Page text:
(MOSCOW, Idaho) — Attorneys for Bryan Kohberger, the man accused of killing four University of Idaho college students last fall, have asked the judge to nix cameras in the courtroom “for the remainder of the proceedings.”
In a new court filing released Friday, the defense says the “camera-[wielding] courtroom observers have failed to obey” an earlier directive not to focus “exclusively” on their client, pointing to photos that they said were a “blatant violation,” and to headlines they called “blatantly sensationalistic and prejudicial.”
That, the defense said, necessitates the “expulsion of cameras from future proceedings.”
The defense stated cameras’ “continued exclusive focus” on Kohberger also provides “fodder” for those on social media “who are not bound by notions of journalistic integrity and who have potentially an even greater reach than traditional media outlets.”
“Considering this is a capital case it is not surprising defense counsel seeks to insulate the defendant as much as possible,” David Calviello, a former New Jersey prosecutor who is now a criminal defense attorney, said. “In order to improve the clients chances of success in a capital case it’s imperative that they get a jury that knows little to nothing about the case. It doesn’t help to have unflattering images of the defendant’s face emblazoned in their memory.”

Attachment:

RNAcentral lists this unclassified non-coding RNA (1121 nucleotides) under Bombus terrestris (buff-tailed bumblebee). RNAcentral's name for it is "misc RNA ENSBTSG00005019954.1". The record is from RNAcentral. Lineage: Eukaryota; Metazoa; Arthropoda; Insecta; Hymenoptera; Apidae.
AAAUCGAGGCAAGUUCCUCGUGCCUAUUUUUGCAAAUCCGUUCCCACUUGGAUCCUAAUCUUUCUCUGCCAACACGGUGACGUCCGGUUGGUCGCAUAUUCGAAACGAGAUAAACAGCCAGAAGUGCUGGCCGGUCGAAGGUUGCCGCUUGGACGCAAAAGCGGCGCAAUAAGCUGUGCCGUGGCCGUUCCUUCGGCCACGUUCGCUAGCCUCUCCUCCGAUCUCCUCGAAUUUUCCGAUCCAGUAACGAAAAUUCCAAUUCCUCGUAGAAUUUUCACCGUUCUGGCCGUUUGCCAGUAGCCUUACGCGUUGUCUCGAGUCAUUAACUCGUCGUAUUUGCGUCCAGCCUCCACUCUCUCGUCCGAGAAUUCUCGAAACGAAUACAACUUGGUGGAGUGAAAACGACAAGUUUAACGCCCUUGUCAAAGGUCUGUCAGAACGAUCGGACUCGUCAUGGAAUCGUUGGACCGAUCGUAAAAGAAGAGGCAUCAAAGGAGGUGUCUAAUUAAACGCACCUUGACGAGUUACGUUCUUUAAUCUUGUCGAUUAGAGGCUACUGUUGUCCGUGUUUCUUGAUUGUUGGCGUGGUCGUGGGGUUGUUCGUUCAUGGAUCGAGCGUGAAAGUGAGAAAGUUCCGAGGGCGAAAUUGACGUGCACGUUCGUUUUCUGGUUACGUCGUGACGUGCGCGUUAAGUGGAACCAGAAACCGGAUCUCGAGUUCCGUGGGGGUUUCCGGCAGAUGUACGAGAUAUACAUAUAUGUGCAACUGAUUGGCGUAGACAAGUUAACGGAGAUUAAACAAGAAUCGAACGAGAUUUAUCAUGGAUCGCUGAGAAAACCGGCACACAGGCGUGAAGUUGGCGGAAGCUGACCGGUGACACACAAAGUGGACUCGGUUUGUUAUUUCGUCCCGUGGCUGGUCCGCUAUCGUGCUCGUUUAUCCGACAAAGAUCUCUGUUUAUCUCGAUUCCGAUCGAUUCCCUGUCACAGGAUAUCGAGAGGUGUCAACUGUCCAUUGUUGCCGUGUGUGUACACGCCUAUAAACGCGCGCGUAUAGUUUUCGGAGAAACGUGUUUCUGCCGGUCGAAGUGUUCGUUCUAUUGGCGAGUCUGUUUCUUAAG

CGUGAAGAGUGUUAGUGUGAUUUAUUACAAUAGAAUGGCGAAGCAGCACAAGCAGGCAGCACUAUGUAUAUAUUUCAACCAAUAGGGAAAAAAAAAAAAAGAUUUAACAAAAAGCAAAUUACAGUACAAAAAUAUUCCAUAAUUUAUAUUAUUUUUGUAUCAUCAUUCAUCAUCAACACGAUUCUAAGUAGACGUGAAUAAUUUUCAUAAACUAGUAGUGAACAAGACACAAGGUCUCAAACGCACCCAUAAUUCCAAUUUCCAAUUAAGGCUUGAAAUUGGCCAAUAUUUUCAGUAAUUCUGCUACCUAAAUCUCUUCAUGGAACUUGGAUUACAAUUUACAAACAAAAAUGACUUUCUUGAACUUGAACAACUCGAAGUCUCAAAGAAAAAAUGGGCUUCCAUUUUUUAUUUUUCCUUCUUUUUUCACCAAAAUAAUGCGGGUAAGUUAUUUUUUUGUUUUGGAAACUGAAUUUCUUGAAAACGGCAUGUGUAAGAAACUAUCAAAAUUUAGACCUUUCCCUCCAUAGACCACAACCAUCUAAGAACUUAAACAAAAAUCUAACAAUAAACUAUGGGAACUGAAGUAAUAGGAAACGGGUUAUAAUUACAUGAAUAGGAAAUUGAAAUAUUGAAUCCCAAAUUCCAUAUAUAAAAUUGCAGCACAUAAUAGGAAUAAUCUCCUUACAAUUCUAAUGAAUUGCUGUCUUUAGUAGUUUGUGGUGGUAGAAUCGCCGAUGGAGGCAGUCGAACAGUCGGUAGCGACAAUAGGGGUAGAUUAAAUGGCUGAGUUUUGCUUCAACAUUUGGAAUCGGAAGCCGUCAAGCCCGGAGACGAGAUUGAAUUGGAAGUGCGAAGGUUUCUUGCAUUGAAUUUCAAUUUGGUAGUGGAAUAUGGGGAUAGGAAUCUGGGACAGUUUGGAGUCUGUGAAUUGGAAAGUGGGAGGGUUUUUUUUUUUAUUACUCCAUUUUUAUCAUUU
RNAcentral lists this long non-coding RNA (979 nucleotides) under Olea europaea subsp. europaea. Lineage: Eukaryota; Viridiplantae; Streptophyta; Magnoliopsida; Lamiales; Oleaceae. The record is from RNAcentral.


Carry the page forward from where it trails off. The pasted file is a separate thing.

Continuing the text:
Arguing that rampant coverage could prejudice a potential jury pool, Kohberger’s lawyers said that that risk is “wherever they go, viewable on their smartphones and constantly updated by thousands of unchecked sources.”
“Far from constituting an undue and over restrictive burden on the press’ right of free speech,” Kohbeger’s lawyers said, “Mr. Kohberger is entitled to defend himself against capital criminal charges without cameras focused on his fly.”
The judge has not yet weighed in on their request.
Kohberger’s push to banish cameras from court comes as the one-time doctoral candidate, now facing capital murder charges, has also just moved to dismiss the indictment against him for the second time, arguing in a separate court filing that prosecutors used “inadmissible evidence” in presenting their case to the grand jury, that they lacked sufficient evidence, and have withheld evidence that might aid Kohberger in defending himself in the capital murder case he faces.